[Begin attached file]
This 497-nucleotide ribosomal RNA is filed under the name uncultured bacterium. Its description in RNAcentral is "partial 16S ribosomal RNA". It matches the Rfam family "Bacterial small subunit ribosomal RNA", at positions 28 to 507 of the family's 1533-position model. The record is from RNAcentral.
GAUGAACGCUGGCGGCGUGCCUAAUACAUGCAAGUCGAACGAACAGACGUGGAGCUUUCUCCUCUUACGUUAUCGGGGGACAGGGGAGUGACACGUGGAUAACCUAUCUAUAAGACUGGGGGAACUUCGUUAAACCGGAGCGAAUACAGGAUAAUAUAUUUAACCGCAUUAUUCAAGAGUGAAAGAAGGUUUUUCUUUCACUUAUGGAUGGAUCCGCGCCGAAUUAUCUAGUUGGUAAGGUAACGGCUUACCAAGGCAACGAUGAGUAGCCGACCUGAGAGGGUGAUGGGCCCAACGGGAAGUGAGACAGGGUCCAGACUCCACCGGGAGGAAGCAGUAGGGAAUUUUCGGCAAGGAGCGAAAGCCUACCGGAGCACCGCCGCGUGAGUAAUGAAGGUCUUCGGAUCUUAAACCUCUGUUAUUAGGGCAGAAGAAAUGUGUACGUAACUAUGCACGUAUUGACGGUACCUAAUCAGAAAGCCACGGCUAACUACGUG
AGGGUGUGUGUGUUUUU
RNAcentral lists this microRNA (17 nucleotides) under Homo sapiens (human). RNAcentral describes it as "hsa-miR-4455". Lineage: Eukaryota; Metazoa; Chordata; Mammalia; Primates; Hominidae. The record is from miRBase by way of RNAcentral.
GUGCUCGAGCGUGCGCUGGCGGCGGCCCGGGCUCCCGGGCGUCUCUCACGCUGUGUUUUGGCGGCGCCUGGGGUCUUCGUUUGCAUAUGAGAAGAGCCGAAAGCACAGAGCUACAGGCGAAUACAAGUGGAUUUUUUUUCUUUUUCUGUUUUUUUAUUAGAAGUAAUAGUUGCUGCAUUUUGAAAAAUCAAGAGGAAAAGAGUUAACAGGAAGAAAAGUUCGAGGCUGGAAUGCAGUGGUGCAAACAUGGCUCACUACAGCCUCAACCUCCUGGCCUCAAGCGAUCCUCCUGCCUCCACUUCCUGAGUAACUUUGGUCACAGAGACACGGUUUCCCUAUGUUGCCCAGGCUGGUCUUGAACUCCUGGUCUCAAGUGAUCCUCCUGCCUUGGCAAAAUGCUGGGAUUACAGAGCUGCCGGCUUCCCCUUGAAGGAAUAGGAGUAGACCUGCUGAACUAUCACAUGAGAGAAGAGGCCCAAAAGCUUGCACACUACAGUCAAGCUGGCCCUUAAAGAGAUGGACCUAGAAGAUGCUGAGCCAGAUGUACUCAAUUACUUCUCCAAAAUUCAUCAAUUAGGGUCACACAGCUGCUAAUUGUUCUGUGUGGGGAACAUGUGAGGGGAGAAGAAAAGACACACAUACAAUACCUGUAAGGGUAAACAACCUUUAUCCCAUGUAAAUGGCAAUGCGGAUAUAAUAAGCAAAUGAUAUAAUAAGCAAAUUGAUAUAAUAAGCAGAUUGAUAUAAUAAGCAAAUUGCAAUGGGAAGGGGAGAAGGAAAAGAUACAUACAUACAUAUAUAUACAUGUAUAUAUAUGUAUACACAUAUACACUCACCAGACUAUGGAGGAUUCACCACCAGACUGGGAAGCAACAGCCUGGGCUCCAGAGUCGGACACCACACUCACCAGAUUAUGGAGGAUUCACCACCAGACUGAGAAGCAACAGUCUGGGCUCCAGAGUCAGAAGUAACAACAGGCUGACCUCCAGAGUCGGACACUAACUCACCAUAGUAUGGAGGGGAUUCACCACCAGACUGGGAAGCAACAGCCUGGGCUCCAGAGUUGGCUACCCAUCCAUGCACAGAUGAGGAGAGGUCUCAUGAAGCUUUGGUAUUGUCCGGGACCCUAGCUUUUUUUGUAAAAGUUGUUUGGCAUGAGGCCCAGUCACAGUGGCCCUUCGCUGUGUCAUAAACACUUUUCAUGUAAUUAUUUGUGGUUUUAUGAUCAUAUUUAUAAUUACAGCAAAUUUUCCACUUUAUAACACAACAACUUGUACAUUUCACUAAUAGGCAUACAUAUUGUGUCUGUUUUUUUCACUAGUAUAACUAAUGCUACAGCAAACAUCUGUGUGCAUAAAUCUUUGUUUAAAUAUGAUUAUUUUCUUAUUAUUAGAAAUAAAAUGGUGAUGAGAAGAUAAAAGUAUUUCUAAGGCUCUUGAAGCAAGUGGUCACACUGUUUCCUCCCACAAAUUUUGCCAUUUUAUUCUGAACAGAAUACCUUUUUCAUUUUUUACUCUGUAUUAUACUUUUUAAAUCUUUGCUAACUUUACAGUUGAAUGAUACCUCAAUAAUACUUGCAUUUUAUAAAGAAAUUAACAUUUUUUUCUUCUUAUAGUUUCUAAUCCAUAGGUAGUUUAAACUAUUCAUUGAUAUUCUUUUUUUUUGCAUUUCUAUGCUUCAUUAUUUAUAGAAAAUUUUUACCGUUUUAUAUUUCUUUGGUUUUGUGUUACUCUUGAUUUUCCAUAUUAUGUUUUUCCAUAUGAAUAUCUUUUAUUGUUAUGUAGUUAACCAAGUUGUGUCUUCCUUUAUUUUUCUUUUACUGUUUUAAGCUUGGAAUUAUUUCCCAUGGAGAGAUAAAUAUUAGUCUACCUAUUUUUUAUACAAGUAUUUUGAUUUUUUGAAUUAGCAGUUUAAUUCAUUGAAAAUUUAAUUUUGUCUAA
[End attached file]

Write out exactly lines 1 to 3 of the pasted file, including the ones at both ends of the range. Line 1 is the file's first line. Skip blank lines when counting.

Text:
This 497-nucleotide ribosomal RNA is filed under the name uncultured bacterium. Its description in RNAcentral is "partial 16S ribosomal RNA". It matches the Rfam family "Bacterial small subunit ribosomal RNA", at positions 28 to 507 of the family's 1533-position model. The record is from RNAcentral.
GAUGAACGCUGGCGGCGUGCCUAAUACAUGCAAGUCGAACGAACAGACGUGGAGCUUUCUCCUCUUACGUUAUCGGGGGACAGGGGAGUGACACGUGGAUAACCUAUCUAUAAGACUGGGGGAACUUCGUUAAACCGGAGCGAAUACAGGAUAAUAUAUUUAACCGCAUUAUUCAAGAGUGAAAGAAGGUUUUUCUUUCACUUAUGGAUGGAUCCGCGCCGAAUUAUCUAGUUGGUAAGGUAACGGCUUACCAAGGCAACGAUGAGUAGCCGACCUGAGAGGGUGAUGGGCCCAACGGGAAGUGAGACAGGGUCCAGACUCCACCGGGAGGAAGCAGUAGGGAAUUUUCGGCAAGGAGCGAAAGCCUACCGGAGCACCGCCGCGUGAGUAAUGAAGGUCUUCGGAUCUUAAACCUCUGUUAUUAGGGCAGAAGAAAUGUGUACGUAACUAUGCACGUAUUGACGGUACCUAAUCAGAAAGCCACGGCUAACUACGUG
AGGGUGUGUGUGUUUUU